US 2357679 A
Description (OCR text may contain errors)
1944- R. G. MOENCH, JR 2,357,679
DOUGH OILING MACHINE Sept.
Filed Nov. 26, 1941 2 Sheets-Sheet l INENTOR.
Sept. 5,- 1944.
R. e. MOENCH; JR 2,357,679
DOUGH OILING MACHINE Filed Nov. 26, 1941 2 Sheets-Sheet 2 Patented Sept. 5, 1944 Robert G. Moench, Jr., Columbus, hio, assig nor to Moench Corp., New Yorlg -N, Y., a corporation of New York "Application November 26, 1941, Serial No. 420,599
This invention relates to new and useful improvements in machines forapplying oil or other lubricants to portions of bread dough prior to insertion within the baking pan, the invention relating more particularly to an improved dough oiling machine designed primarily for bakeries where high speed, continuous production is required.
- It is known, of course, that a lubricating substance must be applied either to the dough or .to the interior of the baking pan prior to the baking operation, inorder to prevent the finished loaf from adhering to the pan. Inaccordance with current practices in the art, the 'oil is generally applied to the'interiorof the pan by an automatic or semi-automatic brushing device and, as a result, a considerable surface of the pan not touched by the dough is nevertheless oiledjand this wasted oil burns during the baking' operation, causing an unpleasant smell and sometimes affecting the flavor of the bread. 'In cases wherein the loaf of dough, as distinguished from the pan, is oiled, the operation is usually a slow, manual one.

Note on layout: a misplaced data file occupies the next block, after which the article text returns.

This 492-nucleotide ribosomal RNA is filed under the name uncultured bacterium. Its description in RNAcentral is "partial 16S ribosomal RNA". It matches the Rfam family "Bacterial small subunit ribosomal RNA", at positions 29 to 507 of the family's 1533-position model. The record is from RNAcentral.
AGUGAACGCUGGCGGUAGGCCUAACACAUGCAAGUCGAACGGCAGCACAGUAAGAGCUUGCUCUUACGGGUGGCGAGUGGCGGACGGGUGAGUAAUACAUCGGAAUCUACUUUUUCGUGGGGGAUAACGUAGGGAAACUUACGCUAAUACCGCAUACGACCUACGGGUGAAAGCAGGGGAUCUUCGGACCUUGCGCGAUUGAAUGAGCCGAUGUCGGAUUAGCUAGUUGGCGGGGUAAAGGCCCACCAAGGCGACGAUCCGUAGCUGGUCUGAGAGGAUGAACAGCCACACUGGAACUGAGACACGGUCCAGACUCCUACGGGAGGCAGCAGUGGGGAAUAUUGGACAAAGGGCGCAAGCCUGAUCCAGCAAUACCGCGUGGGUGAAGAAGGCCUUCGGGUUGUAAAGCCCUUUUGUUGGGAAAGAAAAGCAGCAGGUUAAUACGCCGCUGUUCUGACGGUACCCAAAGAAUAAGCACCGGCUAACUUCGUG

- It is one of the principal objects of the present invention to provide an automatic dough oiling machine including a conveyor structure for receiving the loaves or rolls of dough as they are fed from the dough molding machine, and when the loaves of dough are conveyed to the delivering end-of the machine a fine coating of oil has been deposited only on the surfaces requiring lubrication.
Another object of the invention is the provision of a machine of this character having means for quickly applying a film of oil to :the desired surface of the roll of dough, and applying it in such a manner as to effect a'distinct saving of oil.
4 Still another-object of the invention is to provide a dough oiling machine which is simple in operation and relatively inexpensive to construct.